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How can I extract pieces from this string?

I have a file that contains:

0065445 APPLE$456
089464 MANGO$489
0012389 GUAVA$744

What I want to do is input the file line by line, then cut the string into some pieces.

  • 0065455 Will go in a struct a[0].num
  • APPLE will go in struct a[0].name
  • 456 will go in struct a[0].dollar

And similarly for other lines.

Everything is working fine, but it's not successfully getting the dollar part into its variable.

Here's the code:

#include<cstdlib>
#include<iostream>

using namespace std ;

int main(){

FILE *fp;

fp = fopen("input.txt","r");

char str[80] ;

struct abc{
int num;
char name[20];
int dollar;
};

int i = 0;

while(fgets(str,79,fp)!=NULL){

struct abc a[i] ;

sscanf(str,"%d %[^$]s$%d\n",&a[i].num,a[i].name,&a[i].dollar);

cout <<i+1 <<") Number : "<<a[i].num<<" Name :  "<< a[i].name <<" Dollar : "<< a[i].dollar << endl ;
i++;

}

return 0 ;
}
/* These didn't work too.
sscanf(str,"%d %[^$]s %d\n",&a[i].num,a[i].name,&a[i].dollar);
sscanf(str,"%d %[^$]s%d\n",&a[i].num,a[i].name,&a[i].dollar);
sscanf(str,"%d %s$%d\n",&a[i].num,a[i].name,&a[i].dollar);

*/

There's 1 more problem: the first part of string is an int that starts with 0, but the zero is not being accepted in the int. How to do it?

This is working as I want now but still after parasing the string into an int I am not getting the zeroes:

#include<cstdlib>
#include<iostream>
#include<cstring>

using namespace std ;

int main(){

    FILE *fp;

    fp = fopen("input.txt","r");

    char str[80] ;
    char temp[80] ;
    struct abc{
        int num;
        char name[20];
        int dollar;
    };

    int i = 0;
    int j = 0 ;

    while(fgets(str,79,fp)!=NULL){
        i = 0;
        j = 0 ;
        struct abc a[i] ;

        char* ptr = 0; // this is used as a helper variable to strtok

        ptr = strtok(str, " $\n"); // we specify the delimiters here

        while (ptr != NULL)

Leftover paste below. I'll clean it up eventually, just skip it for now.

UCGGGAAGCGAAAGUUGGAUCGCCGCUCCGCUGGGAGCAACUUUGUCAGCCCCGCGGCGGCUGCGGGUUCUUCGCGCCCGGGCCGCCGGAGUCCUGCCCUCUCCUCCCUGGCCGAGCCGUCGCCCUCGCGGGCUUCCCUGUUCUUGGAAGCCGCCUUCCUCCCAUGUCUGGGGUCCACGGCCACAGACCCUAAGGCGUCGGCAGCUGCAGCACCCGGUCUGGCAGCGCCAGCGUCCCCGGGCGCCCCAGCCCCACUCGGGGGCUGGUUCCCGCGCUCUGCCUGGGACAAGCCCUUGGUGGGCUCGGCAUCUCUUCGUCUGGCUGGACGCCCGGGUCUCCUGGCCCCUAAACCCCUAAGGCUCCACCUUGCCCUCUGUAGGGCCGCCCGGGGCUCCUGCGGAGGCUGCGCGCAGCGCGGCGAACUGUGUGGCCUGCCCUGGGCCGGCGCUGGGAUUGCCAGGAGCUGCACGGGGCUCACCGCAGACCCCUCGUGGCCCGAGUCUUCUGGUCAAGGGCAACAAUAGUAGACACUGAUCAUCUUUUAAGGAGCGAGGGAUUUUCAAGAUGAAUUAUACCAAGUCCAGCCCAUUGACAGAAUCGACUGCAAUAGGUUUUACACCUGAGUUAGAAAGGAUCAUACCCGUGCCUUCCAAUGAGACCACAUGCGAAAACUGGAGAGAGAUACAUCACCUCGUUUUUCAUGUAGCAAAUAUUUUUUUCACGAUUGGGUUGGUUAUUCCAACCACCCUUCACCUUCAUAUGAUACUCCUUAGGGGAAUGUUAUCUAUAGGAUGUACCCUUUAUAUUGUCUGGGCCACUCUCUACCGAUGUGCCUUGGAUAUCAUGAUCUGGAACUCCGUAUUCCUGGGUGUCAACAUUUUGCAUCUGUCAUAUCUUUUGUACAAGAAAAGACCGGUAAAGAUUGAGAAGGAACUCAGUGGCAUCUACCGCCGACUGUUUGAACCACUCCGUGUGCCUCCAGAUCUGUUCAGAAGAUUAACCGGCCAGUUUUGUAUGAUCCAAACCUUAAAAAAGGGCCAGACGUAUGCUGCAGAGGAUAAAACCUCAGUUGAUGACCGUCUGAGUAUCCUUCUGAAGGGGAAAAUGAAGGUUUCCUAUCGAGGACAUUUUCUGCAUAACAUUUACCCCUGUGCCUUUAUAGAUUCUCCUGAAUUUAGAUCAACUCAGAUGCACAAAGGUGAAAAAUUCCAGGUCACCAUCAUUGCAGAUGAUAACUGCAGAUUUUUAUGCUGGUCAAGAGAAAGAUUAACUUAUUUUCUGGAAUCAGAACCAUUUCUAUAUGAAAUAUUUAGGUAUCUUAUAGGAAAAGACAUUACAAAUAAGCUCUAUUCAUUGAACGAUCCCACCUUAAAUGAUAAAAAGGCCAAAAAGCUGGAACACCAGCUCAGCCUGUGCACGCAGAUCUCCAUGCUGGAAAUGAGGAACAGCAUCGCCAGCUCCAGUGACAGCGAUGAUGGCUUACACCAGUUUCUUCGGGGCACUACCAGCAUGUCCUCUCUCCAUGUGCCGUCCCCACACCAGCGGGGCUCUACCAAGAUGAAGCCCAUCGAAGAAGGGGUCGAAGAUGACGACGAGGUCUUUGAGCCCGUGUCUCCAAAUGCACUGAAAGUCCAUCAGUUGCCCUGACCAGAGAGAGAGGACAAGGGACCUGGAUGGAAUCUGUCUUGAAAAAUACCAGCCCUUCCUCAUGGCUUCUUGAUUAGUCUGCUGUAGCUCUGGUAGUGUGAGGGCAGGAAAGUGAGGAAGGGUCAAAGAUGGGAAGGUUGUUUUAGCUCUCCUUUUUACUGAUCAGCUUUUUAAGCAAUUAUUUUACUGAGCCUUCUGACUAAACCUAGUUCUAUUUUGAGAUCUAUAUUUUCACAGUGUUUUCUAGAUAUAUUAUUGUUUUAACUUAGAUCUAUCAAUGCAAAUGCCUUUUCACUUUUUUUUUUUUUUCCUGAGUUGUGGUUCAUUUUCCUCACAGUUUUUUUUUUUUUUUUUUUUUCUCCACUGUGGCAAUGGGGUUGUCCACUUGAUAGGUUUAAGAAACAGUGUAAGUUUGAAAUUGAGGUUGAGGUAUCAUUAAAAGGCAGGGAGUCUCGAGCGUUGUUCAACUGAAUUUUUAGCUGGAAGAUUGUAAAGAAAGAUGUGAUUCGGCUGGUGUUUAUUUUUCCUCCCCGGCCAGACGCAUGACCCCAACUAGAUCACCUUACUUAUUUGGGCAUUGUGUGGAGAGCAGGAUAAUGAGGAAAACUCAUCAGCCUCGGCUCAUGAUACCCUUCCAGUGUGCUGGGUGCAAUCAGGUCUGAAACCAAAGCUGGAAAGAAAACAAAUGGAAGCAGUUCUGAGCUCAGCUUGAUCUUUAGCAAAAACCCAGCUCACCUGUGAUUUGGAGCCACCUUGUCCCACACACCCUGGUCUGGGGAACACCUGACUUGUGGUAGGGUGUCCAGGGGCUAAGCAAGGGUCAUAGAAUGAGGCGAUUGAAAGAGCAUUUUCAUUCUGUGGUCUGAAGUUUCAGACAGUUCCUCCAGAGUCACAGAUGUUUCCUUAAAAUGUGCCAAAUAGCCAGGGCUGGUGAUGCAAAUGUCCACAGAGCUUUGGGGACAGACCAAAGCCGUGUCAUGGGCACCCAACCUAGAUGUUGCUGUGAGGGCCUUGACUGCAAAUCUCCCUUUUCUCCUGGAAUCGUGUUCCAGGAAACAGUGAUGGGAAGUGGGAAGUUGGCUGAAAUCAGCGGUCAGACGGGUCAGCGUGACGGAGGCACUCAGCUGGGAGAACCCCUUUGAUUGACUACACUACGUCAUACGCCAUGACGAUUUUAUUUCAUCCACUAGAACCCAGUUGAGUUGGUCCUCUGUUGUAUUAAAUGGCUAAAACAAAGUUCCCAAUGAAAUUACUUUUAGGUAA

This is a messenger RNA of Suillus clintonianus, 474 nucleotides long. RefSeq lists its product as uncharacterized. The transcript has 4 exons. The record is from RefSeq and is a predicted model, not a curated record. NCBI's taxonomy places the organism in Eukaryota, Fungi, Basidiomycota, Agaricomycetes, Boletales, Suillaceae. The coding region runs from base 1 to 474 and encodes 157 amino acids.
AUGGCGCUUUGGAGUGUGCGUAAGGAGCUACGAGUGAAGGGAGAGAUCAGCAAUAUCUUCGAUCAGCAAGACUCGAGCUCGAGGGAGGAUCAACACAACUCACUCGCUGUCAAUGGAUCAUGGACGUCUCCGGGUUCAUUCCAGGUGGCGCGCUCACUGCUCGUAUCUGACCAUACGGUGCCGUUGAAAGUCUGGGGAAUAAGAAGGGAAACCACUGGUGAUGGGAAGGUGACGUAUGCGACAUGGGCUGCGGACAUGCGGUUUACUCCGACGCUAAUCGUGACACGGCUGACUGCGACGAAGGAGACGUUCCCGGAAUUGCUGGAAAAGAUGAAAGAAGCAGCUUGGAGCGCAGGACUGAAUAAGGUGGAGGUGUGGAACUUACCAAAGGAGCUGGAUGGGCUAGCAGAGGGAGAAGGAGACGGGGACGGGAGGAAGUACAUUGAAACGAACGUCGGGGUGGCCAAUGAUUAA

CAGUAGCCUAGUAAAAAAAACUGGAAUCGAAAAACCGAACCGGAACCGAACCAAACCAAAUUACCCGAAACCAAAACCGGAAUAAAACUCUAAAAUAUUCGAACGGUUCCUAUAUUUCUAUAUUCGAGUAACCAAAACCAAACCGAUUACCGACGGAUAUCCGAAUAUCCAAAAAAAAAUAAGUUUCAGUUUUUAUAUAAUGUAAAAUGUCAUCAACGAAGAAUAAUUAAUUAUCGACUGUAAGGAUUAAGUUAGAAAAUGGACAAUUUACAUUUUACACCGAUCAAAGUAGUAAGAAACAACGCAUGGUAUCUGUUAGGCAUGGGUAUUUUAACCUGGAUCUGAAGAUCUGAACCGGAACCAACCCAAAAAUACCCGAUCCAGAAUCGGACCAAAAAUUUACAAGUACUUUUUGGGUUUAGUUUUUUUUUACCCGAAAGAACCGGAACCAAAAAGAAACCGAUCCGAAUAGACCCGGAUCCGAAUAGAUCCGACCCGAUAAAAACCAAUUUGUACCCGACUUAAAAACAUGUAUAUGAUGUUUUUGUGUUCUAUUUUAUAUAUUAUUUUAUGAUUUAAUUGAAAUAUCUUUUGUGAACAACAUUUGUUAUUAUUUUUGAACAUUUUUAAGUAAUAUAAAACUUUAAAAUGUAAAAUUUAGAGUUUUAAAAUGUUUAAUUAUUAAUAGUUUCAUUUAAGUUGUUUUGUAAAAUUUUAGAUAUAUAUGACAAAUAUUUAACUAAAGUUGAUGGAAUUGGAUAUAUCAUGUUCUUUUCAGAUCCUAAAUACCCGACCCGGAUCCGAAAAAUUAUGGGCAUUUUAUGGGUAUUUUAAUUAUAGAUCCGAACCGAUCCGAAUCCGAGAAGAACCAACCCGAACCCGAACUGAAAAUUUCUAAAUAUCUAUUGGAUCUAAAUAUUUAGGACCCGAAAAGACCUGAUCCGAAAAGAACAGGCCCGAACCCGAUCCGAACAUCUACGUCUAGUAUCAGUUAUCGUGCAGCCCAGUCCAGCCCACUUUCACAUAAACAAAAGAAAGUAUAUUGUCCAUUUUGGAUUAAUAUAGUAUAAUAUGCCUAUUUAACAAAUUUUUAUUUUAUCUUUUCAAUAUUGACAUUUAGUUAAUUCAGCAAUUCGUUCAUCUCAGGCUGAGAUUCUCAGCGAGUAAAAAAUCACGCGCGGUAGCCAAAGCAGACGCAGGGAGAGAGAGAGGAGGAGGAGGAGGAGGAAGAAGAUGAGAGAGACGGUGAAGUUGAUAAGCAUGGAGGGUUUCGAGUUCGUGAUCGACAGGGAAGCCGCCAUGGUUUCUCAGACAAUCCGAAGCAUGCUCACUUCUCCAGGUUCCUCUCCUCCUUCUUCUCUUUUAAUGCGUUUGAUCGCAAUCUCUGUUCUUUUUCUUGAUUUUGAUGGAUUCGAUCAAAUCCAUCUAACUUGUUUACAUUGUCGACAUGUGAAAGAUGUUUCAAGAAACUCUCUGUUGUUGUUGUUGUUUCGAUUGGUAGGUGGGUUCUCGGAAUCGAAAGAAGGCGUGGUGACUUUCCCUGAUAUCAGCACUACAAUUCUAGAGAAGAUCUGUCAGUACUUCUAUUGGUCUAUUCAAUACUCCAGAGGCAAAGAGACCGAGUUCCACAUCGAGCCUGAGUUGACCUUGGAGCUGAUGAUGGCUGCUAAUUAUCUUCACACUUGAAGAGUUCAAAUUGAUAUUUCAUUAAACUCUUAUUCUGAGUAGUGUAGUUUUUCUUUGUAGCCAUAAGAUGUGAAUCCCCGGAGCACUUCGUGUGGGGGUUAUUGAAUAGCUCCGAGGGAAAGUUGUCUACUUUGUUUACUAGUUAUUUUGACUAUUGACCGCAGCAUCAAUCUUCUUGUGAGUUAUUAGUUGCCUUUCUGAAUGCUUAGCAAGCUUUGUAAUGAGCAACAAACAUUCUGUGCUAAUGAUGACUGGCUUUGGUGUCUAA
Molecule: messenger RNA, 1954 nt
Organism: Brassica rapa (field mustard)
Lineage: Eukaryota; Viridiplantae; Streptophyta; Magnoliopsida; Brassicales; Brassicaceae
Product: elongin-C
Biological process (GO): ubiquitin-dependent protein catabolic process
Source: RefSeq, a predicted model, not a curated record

{
            if (j == 0){
                strcpy(temp, ptr);
                a[i].num = atoi(temp);
            }
            if (j == 1)
                strcpy(a[i].name, ptr);

            if (j == 2){
                strcpy(temp, ptr);
                a[i].dollar = atoi(temp);
            }

            ptr = strtok(NULL, " $\n");
            j++;
        }

        cout <<i+1 <<") Number : "<<a[i].num<<" Name :  "<< a[i].name <<" Dollar : "<< a[i].dollar << endl ;
        i++;
    }

    return 0 ;
}

/* These didn't work either.
sscanf(str,"%d %[^$]s %d\n",&a[i].num,a[i].name,&a[i].dollar);
sscanf(str,"%d %[^$]s%d\n",&a[i].num,a[i].name,&a[i].dollar);
sscanf(str,"%d %s$%d\n",&a[i].num,a[i].name,&a[i].dollar);

*/
share|improve this question
    
Do you mean 0065455 will go in a struct a[0].num? (as opposed to a[0].int) – A.E. Drew May 31 '13 at 4:16
    
sscanf "stops scanning" when it gets a hit on the [^$]. You need a second sscanf that starts where you left off (number of characters read is returned by sscanf), then read the value after the $ sign. – Floris May 31 '13 at 4:18
    
He wants to extract the string in three pieces, the logic is he should find first space, second $ from 0065445 APPLE$456 , and he will get the 0065445, APPLE and 456 – vikas May 31 '13 at 4:18
    
Yes sorry correcting – UmeRonaldo May 31 '13 at 4:18
    
I was not provided with space it was a question in a contest – UmeRonaldo May 31 '13 at 4:19
up vote 0 down vote accepted

the 0's will not show up when you print the integer a[i].num.

You could make a[i].num a string (char[]) or an integer array. to make the 0's show up. you can parse it as an integer (via atoi(str)), if you need it to be used otherwsie.

share|improve this answer
    
OK the 0's will remain in there after parase ? – UmeRonaldo May 31 '13 at 4:22
    
well, you could loop through the string until you find the first non-zero, then parse starting there. – a_schimpf May 31 '13 at 4:24